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How eBook Discounts Can Help Drive Sales

Discounting ebooks can help new readers discover your books, and get existing readers to buy back catalog.

If you've self-published an ebook, you need to choose its pricing carefully. Ebook pricing is perceived differently than that of print books, since purchasers don't obtain anything tangible when they buy an ebook. Choosing the right price for your ebook can be difficult, and you may be tempted to try different prices to see how well your book sells. All ebook platforms let you change the price of your books whenever you want, so you can experiment with selling books at different prices.

Discounting ebooks can help drive sales, and help readers discover new authors. But they can also have other effects. If you discount one of your books, make sure to promote the discounts on your socials. If enough readers purchase the book, this will drive up the book's sales rank, and it could put it in the top 100 books on the platform where you've run the discount. Many readers look at these lists when trying to find new books to read, and getting on a best-seller list can keep the book selling, even after you've ended the discount.

It can be useful to think of discounting some of your books from time to time. If you write in a series and have already published several books in the series, it's a good idea to discount the first book in the series, perhaps even permanently. Selling a first installment for $.99 or £.99 could help attract readers who might not be sure that they are interested in your books. That price is cheap enough that someone can take a chance, and, if they don't like the book, not regret the expense. If they do like the book, they might go on to buy the rest of the series.

Even if you don't write in a series, you might want to discount one of your early books. The reason is the same: to get readers to discover what you've written. If they like it, they might buy more books. A good time to do this is when you've just published a new book at full price; if readers like the discounted book, they may pay full price for the newest title.

You can run short-term deep discounts for one or more of your books if you wish. You could try discounting a book for a week or two, and see if sales increase for that book and others. Amazon lets you run Kindle Countdown Deals, which are timed discounts. Amazon also runs Kindle daily deals and monthly deals. While Amazon's marketing team selects the books for these deals, you can nominate up to two books for these promotions. Amazon says that this process is in beta, and there are probably thousands of authors nominating their books, but it can't hurt to try.

Getting on Amazon's daily or monthly deals can have a huge effect on your books. While most of the deals are sold at $.99 or £.99, and you don't earn much from them, you may sell hundreds of books in a one-day deal. As with other discounts, this bumps your sales rank and can put your book in the best-seller lists. It can also give you valuable exposure, which is generally worth much more than what you've lost selling the books at a deep discount. Those readers who don't buy your book will still see your name, and your book's cover, which may resonate with them the next time they see it.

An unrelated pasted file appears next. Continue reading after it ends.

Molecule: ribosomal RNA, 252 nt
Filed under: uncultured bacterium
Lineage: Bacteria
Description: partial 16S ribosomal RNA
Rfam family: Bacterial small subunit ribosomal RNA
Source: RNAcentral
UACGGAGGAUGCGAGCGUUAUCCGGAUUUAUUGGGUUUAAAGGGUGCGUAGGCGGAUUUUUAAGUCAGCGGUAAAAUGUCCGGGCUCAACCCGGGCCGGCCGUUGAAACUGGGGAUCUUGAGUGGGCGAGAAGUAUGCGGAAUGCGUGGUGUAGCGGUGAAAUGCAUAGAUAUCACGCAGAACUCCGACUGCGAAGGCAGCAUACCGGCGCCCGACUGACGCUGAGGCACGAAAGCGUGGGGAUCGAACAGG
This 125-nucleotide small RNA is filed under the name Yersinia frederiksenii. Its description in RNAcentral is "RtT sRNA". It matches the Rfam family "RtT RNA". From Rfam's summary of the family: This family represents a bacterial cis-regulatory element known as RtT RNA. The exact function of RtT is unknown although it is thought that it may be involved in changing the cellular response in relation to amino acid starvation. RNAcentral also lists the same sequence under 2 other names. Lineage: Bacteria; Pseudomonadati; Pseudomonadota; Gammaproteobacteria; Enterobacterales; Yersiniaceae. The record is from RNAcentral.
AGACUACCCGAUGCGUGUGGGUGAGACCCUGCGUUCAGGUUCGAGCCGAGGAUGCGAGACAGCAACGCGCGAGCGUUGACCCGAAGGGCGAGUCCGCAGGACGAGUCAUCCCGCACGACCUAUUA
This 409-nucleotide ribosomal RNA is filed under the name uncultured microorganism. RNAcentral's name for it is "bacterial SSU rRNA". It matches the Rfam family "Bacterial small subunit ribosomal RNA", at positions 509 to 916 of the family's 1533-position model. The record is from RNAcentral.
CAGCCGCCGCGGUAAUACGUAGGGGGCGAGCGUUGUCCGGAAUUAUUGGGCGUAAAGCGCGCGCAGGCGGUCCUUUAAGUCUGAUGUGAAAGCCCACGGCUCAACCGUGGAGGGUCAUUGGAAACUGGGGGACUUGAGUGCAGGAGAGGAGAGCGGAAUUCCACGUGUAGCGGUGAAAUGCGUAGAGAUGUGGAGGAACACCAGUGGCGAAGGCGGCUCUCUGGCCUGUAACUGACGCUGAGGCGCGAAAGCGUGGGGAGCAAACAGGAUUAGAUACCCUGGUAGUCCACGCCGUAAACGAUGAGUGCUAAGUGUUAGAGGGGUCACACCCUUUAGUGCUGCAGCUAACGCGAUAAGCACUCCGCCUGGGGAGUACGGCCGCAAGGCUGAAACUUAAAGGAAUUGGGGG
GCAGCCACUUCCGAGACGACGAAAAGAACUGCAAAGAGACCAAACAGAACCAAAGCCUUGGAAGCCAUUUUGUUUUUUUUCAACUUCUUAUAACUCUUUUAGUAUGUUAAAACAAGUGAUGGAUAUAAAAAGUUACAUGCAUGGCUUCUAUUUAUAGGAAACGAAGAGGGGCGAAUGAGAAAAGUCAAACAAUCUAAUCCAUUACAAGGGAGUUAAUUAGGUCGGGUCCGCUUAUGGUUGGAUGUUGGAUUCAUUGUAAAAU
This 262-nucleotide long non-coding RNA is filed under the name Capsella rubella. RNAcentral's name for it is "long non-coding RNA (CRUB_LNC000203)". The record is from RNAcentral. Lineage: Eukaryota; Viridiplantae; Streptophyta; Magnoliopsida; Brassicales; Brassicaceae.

Deep discounts also target a core group of big readers, who have a TBR pile - either real or virtual - that is imposing. According to Statista, 39% of Americans read more than 20 books a year. These voracious readers often look for new authors and are likely to buy books when they're discounted, giving them opportunities to try out new authors or to buy back catalog from authors they like. I confess to having a couple hundred of ebooks in my Kindle library that I haven't read yet, but I often dip into these books when I'm looking for something to read and don't have a new book waiting. At £.99p each, it's almost as if the books are free. (Of course, if I add them all up, then it's far from free.)

Your books have a natural life cycle. If you have enough regular readers, and promote your new books via a mailing list and social media, new books will sell well for a month or two, then sales will drop. When you think sales have bottomed out, try a deep discount, and see if that gives you a bump. If you've published several books, take the time to set up a spreadsheet with monthly sales, so you can spot the best time to run discounts. And make sure to promote those discounts on the same channels you use to promote new books. Your existing readers, who may not have all your books, may buy discounted books, and you may pick up new readers. Even though it seems counter-intuitive, discounting your ebooks can be beneficial over the long term.

Kirk McElhearn is a writer, podcaster, and photographer. He is the author of Take Control of Scrivener, and host of the podcast Write Now with Scrivener.

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